“This District Plan is intended to guide the Planning District in a strategic manner. This Plan will ensure the most logical and efficient development of the Planning District into the future. Consideration will be given to the existing developed areas of the three municipalities, available water resources, productive lands, and the need for the extension of servicing and infrastructure to provide a sustainable and comprehensive growth pattern.”

In the end the bylaw passed unanimously.

“This is not a stand-alone Plan,” noted the document. “In accordance with The Planning and Development Act, 2007 and The Statements of Provincial Interest Regulation, this Plan augments or supplements the policies contained in individual OCPs. The policies in this over-arching Plan are complementary to local policy and bridge the individual OCPs of the participating Municipalities.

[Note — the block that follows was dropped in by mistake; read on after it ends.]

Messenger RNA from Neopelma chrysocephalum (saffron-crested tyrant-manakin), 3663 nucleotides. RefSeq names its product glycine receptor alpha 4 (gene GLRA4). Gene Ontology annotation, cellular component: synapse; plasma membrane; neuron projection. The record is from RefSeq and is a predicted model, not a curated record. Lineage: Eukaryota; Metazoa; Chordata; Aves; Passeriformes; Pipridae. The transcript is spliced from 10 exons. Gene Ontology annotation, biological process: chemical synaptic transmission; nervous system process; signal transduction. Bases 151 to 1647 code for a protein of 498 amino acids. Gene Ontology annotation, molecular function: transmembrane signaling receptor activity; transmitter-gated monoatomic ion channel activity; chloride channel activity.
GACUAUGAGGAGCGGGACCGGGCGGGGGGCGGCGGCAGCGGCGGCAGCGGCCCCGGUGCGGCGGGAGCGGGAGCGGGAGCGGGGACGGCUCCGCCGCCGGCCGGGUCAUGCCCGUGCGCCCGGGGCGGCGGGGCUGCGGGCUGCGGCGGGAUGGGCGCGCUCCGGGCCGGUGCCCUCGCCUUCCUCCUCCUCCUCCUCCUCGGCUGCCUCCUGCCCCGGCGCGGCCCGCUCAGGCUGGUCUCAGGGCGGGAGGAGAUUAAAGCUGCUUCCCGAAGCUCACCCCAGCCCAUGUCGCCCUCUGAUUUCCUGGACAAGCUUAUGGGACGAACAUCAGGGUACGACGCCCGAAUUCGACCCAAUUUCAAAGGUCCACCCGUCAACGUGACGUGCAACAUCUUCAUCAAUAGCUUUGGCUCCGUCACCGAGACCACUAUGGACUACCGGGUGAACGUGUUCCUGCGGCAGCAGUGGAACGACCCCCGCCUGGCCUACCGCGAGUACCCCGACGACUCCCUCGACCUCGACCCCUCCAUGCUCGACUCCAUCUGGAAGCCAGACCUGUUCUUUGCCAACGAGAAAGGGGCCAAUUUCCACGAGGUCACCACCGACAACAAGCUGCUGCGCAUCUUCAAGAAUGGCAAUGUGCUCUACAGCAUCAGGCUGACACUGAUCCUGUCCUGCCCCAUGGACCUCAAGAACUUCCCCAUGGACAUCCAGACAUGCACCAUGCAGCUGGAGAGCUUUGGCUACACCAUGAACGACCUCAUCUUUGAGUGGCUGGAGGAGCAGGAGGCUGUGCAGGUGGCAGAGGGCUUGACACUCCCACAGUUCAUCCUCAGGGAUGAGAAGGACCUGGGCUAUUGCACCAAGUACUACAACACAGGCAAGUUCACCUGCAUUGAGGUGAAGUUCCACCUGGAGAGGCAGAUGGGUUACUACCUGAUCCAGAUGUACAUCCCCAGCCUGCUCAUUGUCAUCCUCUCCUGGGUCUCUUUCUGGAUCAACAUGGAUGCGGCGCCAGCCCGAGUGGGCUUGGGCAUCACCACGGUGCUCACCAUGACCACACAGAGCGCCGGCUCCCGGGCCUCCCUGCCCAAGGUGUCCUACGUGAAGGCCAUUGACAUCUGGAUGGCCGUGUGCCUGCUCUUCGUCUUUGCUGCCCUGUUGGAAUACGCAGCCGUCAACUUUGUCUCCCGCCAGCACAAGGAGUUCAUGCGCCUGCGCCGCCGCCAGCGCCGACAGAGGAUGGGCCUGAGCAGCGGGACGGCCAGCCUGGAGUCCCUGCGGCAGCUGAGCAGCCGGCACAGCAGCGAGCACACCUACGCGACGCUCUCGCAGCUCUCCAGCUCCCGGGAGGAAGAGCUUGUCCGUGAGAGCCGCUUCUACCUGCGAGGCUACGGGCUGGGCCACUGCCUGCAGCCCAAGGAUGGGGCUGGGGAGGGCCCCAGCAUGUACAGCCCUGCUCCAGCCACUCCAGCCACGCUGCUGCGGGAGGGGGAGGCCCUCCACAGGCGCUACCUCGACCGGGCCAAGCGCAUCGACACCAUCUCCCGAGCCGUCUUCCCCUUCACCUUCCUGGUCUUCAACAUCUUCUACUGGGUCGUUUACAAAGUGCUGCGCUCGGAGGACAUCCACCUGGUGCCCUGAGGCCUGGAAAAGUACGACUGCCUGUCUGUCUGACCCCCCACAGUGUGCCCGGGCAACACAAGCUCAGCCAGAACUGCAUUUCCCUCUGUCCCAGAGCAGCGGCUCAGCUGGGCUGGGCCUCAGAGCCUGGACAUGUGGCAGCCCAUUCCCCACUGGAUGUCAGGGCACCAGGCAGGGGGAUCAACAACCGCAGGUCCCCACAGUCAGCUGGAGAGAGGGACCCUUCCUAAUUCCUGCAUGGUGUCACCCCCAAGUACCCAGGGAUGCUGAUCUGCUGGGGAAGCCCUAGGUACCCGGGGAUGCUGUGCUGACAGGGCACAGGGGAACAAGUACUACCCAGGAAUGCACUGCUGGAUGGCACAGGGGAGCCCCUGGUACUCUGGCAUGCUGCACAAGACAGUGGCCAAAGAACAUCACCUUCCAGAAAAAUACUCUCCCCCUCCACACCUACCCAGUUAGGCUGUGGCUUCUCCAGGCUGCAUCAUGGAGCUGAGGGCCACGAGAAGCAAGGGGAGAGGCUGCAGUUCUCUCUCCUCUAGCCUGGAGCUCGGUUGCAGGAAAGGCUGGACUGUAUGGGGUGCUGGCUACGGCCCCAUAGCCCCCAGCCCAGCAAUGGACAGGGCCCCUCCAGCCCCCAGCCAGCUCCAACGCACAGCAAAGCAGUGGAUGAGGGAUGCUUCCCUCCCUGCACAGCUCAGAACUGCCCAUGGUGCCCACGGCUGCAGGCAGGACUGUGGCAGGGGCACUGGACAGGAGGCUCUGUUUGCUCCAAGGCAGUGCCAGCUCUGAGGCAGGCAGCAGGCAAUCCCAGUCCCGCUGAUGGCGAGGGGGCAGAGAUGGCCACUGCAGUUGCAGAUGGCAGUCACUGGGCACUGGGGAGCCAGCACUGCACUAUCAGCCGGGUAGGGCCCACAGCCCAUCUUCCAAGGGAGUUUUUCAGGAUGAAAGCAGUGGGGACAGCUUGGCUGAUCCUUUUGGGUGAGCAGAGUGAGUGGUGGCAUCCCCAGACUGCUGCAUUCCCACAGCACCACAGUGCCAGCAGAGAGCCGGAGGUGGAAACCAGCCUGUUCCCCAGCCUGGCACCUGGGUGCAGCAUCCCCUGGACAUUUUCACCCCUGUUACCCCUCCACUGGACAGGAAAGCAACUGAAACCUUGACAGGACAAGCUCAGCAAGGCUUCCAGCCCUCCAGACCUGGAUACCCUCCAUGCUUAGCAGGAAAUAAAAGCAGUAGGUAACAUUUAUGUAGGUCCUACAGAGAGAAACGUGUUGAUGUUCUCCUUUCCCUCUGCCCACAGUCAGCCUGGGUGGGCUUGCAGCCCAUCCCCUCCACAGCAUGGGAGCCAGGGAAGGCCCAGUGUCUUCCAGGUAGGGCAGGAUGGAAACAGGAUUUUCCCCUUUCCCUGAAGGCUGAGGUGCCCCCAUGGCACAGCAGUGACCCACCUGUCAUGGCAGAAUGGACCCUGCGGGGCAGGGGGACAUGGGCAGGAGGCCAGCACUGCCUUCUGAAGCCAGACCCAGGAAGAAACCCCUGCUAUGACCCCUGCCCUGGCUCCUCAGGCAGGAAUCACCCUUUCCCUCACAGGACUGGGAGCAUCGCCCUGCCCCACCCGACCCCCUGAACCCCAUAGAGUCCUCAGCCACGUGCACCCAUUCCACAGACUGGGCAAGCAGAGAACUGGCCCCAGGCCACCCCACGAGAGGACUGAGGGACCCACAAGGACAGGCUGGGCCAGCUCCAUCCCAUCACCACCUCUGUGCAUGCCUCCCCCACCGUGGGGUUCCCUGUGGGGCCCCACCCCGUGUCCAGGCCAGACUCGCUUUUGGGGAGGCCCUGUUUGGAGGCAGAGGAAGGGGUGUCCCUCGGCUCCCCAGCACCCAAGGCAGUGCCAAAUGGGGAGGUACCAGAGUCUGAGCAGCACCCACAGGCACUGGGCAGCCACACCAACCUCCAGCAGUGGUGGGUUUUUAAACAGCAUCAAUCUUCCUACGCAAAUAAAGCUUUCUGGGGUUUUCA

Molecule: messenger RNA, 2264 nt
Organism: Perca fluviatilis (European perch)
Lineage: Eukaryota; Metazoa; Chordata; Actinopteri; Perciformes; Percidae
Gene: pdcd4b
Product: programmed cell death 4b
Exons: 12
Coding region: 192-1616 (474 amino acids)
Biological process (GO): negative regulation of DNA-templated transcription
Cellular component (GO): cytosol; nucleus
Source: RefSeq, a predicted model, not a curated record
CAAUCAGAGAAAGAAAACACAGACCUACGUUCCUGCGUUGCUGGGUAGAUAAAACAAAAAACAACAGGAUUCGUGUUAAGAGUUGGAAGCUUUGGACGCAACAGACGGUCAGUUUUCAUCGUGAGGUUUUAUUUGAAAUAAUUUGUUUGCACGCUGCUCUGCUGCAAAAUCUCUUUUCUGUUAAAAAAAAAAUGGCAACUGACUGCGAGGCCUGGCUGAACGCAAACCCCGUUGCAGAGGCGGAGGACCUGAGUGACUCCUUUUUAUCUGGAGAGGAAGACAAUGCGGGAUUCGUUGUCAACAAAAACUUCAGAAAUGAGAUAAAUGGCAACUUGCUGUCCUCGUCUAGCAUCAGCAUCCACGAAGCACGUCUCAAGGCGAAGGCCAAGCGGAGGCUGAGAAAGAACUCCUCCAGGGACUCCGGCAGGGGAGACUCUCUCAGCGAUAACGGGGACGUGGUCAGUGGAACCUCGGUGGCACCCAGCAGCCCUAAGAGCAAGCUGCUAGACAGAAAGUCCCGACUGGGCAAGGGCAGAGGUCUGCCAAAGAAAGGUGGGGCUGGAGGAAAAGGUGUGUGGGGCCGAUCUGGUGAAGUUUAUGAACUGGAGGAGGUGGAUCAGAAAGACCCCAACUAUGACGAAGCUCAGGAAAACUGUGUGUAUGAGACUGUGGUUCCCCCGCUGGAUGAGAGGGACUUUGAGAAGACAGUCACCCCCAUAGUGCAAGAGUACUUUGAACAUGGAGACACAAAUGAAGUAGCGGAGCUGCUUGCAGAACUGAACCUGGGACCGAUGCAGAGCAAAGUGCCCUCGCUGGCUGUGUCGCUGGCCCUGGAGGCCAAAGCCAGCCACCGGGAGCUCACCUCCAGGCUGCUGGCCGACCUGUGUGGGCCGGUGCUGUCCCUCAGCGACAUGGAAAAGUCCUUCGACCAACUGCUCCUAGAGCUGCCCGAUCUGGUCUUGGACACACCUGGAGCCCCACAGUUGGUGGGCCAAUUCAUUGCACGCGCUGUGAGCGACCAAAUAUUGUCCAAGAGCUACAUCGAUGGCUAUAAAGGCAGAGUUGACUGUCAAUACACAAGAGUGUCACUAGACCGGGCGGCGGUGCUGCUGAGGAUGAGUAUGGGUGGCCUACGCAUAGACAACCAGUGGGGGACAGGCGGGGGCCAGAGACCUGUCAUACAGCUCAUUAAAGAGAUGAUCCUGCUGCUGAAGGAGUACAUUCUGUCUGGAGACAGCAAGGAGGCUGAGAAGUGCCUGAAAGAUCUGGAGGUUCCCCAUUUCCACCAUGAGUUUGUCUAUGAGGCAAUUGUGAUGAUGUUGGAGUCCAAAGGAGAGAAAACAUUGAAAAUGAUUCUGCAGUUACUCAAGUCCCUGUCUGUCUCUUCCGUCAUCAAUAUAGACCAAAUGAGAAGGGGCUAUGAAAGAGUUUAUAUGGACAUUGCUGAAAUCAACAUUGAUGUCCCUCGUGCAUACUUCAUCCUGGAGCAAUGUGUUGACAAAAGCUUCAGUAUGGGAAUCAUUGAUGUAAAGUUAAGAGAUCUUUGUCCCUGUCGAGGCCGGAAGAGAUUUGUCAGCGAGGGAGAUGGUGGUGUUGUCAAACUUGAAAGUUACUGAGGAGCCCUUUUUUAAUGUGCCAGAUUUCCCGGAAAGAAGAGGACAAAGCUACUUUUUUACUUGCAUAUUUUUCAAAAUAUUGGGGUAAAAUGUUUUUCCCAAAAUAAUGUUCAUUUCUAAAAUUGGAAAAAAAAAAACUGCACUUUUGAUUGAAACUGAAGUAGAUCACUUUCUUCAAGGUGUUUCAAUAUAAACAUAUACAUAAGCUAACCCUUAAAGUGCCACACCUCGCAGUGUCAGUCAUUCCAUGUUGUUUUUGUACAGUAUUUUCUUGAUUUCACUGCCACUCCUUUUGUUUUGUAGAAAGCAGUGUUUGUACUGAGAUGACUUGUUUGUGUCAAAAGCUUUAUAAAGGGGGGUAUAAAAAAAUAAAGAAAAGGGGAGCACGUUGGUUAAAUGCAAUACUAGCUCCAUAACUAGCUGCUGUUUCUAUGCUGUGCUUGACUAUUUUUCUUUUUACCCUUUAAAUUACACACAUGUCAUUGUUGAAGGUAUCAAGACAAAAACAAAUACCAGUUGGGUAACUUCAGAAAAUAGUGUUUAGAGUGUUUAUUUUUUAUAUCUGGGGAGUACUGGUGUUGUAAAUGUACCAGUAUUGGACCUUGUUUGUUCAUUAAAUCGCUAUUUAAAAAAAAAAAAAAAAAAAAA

“All future municipal planning policies and decisions must be consistent with the District Plan and where a conflict occurs, the policies of the District Plan will supersede other planning policy in the Joint Management Areas. Each Municipality shall follow and implement the principals, goals, objectives and policies of this Plan and will reflect the over-arching provisions in their respective Official Community Plans. The Municipalities agree that in adopting this Plan, it is their mutual intention that the principles set out in this Plan will govern future development, growth and land use planning in the Planning District and the Joint Management Areas.”